The NYT's Bits section, which up until now I thought was doing a wonderful job of evolving technology reporting to a higher, "post-blog" level, has left me stunned with a bizarre editorial in which the author requests compensation for his contribution to Facebook's success.
Is it just a tongue-in-cheek opinion designed to attract eyeballs and -- yes -- goad bloggers into responding? Probably. But it inadvertently highlights how seriously people are taking the alien business of social networking -- so seriously, in fact, that as usual they appear unable to understand it at all.
Take, for example, this opinion:
“The idea that a business benefits from social interaction is not so strange or new. A lot of cafes and small restaurants will let people hang out because they attract other people,” said Yannis M. Ioannides, a professor of economics at Tufts University. “What is unusual and new is that Facebook takes access to information about these people to make its business more powerful.” He added: “The proprietor of a cafe doesn’t use personal information about me and my friends to make money.”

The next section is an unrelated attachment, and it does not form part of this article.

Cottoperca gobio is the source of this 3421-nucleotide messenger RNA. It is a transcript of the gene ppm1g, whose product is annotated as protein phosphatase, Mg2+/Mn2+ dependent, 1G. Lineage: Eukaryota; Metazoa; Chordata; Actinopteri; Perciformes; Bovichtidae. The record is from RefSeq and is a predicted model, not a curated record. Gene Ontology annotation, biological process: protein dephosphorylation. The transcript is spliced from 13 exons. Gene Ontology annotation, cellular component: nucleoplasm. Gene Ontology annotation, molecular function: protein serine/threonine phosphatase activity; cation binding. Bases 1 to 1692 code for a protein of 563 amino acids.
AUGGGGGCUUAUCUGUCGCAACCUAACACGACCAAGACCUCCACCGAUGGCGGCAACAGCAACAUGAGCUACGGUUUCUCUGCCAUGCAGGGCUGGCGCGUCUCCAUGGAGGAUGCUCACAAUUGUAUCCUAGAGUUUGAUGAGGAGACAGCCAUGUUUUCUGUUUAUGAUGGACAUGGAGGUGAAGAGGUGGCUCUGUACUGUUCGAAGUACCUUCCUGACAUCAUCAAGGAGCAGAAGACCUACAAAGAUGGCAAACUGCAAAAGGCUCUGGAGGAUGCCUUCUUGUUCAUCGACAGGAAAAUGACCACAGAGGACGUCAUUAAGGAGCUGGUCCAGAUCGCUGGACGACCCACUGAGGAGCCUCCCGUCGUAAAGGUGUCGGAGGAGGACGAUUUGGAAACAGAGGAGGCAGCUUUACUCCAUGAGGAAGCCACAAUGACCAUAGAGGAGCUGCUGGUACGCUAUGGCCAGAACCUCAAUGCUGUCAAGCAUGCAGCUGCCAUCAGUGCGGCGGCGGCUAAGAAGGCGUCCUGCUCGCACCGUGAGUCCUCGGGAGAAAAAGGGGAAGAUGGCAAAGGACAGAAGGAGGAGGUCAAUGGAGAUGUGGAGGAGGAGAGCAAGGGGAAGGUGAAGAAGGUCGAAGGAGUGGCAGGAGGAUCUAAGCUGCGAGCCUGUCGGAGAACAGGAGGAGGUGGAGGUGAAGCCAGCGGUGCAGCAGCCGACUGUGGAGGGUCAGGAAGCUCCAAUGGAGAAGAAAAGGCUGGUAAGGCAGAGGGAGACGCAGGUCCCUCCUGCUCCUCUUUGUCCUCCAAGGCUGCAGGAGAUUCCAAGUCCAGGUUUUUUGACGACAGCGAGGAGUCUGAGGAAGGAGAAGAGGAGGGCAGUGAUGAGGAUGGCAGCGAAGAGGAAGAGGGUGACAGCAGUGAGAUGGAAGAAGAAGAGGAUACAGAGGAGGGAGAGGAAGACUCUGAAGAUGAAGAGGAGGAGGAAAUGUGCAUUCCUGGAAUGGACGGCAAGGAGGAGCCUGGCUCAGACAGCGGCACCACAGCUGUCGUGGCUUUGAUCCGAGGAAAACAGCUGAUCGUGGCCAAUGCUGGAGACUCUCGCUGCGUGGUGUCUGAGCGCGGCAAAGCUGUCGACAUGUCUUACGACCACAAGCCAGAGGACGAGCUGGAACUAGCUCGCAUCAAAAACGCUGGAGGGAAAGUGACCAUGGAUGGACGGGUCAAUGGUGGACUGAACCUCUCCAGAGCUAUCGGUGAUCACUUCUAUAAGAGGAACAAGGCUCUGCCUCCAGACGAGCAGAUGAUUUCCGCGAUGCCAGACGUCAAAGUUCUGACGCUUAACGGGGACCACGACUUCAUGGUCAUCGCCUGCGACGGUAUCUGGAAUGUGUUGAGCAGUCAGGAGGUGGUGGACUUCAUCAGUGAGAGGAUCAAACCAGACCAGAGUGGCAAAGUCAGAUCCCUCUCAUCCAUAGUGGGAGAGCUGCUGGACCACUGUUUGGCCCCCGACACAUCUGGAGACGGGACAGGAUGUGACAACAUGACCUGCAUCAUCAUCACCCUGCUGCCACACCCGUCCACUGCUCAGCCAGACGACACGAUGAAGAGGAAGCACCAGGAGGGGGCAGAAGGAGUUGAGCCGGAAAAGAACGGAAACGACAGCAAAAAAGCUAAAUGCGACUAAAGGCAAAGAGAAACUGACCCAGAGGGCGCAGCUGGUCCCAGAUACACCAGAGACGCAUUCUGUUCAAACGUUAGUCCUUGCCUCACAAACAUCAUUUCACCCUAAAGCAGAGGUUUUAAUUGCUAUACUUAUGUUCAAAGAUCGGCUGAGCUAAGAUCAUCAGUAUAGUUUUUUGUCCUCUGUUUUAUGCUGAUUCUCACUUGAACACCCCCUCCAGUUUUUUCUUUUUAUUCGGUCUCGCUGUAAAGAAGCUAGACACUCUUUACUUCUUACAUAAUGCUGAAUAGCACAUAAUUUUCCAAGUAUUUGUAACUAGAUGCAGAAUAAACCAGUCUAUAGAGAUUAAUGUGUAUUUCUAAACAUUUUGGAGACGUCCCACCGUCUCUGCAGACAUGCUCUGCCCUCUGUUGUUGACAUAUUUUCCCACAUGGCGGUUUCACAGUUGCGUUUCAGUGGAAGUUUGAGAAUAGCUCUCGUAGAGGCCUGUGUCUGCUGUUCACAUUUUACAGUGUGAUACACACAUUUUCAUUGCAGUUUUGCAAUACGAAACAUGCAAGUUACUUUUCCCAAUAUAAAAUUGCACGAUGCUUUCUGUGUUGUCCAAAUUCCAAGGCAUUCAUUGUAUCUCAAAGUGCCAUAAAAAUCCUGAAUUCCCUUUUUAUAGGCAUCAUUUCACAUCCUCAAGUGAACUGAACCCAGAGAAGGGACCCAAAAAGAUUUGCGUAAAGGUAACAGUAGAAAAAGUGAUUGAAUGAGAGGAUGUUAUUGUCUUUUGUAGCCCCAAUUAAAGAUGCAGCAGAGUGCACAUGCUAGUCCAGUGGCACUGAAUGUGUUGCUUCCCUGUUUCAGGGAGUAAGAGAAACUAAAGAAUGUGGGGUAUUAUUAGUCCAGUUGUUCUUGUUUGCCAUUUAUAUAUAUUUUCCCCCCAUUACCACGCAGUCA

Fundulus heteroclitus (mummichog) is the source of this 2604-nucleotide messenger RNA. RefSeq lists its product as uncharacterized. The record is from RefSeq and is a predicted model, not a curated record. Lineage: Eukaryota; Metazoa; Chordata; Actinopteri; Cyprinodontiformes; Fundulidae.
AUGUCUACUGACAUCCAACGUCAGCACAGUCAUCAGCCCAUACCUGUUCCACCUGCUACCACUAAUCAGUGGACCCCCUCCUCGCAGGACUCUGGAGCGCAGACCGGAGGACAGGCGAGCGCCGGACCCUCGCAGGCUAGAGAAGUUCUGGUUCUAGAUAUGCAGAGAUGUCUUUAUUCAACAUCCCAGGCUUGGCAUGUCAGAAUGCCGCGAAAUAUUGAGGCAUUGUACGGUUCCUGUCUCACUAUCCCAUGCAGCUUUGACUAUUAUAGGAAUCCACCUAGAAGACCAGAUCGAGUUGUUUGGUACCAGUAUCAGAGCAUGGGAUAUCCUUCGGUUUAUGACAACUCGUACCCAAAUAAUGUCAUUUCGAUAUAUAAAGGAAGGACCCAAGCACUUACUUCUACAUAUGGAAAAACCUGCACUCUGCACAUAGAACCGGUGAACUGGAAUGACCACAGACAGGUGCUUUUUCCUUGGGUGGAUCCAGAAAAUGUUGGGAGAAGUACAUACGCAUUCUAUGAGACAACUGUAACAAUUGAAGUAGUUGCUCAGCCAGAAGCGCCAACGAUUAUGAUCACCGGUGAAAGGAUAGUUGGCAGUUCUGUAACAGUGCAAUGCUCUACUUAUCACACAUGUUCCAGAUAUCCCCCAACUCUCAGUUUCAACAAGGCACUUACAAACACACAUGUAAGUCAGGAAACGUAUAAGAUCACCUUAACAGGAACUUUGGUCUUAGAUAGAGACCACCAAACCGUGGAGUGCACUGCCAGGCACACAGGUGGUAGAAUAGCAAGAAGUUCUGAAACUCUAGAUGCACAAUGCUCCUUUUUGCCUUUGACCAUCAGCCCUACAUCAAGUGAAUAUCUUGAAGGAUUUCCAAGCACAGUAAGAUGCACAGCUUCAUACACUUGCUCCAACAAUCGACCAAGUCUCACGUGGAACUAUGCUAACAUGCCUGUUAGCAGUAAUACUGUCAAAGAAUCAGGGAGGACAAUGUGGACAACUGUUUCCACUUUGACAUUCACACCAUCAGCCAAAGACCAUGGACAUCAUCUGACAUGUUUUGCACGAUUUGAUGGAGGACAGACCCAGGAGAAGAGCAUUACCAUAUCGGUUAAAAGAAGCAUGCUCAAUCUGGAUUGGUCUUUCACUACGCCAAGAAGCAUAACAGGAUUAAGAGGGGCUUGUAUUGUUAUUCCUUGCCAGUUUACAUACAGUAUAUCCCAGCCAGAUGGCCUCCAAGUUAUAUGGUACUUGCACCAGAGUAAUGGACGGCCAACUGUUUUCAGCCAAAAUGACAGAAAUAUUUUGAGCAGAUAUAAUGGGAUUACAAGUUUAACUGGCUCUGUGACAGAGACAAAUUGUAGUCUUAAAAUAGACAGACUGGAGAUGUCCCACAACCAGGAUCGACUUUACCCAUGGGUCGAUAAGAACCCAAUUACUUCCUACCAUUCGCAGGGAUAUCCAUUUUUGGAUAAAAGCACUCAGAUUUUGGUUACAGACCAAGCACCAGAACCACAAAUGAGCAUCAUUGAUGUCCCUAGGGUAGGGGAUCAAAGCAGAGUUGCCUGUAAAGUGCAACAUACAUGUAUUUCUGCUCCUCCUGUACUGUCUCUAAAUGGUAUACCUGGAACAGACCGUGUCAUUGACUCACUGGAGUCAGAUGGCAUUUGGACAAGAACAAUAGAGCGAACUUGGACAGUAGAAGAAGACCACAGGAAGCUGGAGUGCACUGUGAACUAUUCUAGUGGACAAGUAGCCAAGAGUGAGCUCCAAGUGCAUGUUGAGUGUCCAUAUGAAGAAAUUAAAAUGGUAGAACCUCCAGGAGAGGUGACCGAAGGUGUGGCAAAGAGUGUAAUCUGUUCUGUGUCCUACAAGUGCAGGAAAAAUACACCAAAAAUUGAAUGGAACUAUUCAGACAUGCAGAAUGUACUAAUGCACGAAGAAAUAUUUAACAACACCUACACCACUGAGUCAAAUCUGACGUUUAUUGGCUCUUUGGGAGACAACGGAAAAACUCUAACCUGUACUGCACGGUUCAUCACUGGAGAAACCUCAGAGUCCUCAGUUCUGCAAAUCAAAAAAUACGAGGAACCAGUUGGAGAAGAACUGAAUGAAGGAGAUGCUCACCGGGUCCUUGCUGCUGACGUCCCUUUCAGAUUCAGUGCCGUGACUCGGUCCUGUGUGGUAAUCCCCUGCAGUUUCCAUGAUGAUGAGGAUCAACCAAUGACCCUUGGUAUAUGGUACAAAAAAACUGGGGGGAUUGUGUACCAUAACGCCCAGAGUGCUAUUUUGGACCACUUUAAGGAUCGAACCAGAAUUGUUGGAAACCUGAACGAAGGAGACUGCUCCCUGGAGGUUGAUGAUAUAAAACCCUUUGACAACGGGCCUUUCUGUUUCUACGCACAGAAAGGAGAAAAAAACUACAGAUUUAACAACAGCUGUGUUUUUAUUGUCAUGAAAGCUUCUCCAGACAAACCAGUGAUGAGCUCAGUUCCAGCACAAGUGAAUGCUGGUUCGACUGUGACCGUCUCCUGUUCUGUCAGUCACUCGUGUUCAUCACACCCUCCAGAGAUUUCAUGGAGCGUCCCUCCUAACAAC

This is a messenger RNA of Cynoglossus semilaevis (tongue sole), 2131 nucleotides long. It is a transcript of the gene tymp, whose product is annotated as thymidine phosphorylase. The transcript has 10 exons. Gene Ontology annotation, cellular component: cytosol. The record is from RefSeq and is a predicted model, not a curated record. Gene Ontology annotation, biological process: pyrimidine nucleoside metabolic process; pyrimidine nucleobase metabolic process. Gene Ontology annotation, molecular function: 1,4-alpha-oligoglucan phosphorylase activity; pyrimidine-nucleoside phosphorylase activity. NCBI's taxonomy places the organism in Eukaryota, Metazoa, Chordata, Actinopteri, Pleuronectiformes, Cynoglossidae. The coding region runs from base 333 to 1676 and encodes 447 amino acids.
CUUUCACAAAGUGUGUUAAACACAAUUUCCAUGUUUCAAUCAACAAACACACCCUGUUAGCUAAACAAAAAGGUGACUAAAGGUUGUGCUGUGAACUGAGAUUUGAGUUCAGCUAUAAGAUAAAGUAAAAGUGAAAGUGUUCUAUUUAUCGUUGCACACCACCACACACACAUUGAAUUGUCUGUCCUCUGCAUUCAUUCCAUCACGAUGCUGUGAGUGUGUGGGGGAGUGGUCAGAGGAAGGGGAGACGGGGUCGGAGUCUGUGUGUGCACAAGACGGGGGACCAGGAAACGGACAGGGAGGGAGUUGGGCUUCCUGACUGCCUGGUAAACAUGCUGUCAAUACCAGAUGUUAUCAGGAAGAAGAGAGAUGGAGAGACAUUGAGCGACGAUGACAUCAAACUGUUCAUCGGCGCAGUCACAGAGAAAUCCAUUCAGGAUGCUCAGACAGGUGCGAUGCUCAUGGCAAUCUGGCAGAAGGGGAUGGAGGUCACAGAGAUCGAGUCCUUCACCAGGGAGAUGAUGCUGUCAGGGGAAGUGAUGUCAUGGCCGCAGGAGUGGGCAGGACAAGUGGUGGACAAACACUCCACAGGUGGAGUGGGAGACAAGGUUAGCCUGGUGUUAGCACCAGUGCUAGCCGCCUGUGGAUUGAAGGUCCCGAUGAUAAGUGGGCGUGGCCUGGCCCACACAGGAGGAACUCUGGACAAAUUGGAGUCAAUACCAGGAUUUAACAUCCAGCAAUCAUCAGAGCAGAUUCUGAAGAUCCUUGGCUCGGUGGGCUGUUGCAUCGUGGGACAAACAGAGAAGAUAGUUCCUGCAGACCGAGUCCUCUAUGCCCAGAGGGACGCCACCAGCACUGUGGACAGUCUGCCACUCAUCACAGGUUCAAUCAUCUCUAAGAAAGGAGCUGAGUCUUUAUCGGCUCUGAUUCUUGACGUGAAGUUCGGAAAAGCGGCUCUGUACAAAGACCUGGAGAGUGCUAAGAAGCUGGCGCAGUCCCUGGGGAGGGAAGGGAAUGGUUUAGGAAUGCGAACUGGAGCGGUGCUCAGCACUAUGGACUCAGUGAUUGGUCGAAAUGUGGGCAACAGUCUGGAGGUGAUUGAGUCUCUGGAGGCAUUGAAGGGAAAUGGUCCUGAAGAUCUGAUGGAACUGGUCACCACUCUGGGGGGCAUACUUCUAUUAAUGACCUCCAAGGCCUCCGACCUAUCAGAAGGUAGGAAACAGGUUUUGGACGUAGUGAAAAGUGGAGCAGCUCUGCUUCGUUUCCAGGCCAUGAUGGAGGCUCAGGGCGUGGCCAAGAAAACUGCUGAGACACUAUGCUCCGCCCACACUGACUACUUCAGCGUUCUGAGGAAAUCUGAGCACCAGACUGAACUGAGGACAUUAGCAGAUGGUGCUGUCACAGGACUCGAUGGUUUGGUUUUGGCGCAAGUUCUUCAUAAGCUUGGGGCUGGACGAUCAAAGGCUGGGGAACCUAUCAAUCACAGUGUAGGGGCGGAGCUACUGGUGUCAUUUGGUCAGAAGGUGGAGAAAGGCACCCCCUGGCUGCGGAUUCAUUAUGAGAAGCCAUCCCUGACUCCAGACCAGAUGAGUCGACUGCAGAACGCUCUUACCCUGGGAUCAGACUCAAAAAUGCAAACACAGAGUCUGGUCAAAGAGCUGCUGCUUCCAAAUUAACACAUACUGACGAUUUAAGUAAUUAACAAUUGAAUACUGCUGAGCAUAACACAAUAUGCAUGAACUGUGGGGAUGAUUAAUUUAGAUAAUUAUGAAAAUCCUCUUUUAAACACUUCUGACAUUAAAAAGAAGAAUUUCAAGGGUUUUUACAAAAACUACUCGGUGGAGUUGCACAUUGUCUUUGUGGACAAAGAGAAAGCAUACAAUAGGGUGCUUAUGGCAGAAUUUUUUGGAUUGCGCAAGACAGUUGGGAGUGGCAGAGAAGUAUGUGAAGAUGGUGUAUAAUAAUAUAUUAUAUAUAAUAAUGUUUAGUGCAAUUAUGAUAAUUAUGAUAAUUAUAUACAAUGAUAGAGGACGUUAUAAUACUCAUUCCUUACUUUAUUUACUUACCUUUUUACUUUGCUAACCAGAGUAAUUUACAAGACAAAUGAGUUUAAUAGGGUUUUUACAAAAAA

Really? Cafes don't use your personal information to make money? Find me a cafe that doesn't tailor its menu, prices, inventory, background music, specials, wifi, tables arrangement, etc. etc. based on the interests of its customers. Tell me that Starbucks has never once run a focus group (yes, Internet, there actually was A/B testing before there were computers). My preferred cafes in New York are those where the people behind the counter greet me by name and have my order ready before I have a chance to ask for it.
The difference between Facebook and your average cafe isn't that the experience (and more importantly, the key inventory) is tailored to the customer; it's that Facebook's inventory is virtual (unlimited) and their profit margins are insane. The fact that user-created content draws people in is no different than a cafe hanging paintings by local artists, or people being attracted to busy establishments. The social aspect, as the professor does point out, is not new. And therefore (among other reasons), the op-ed's entire point -- that because the author contributed to the social aspect, he deserves compensation -- is absolutely ridiculous.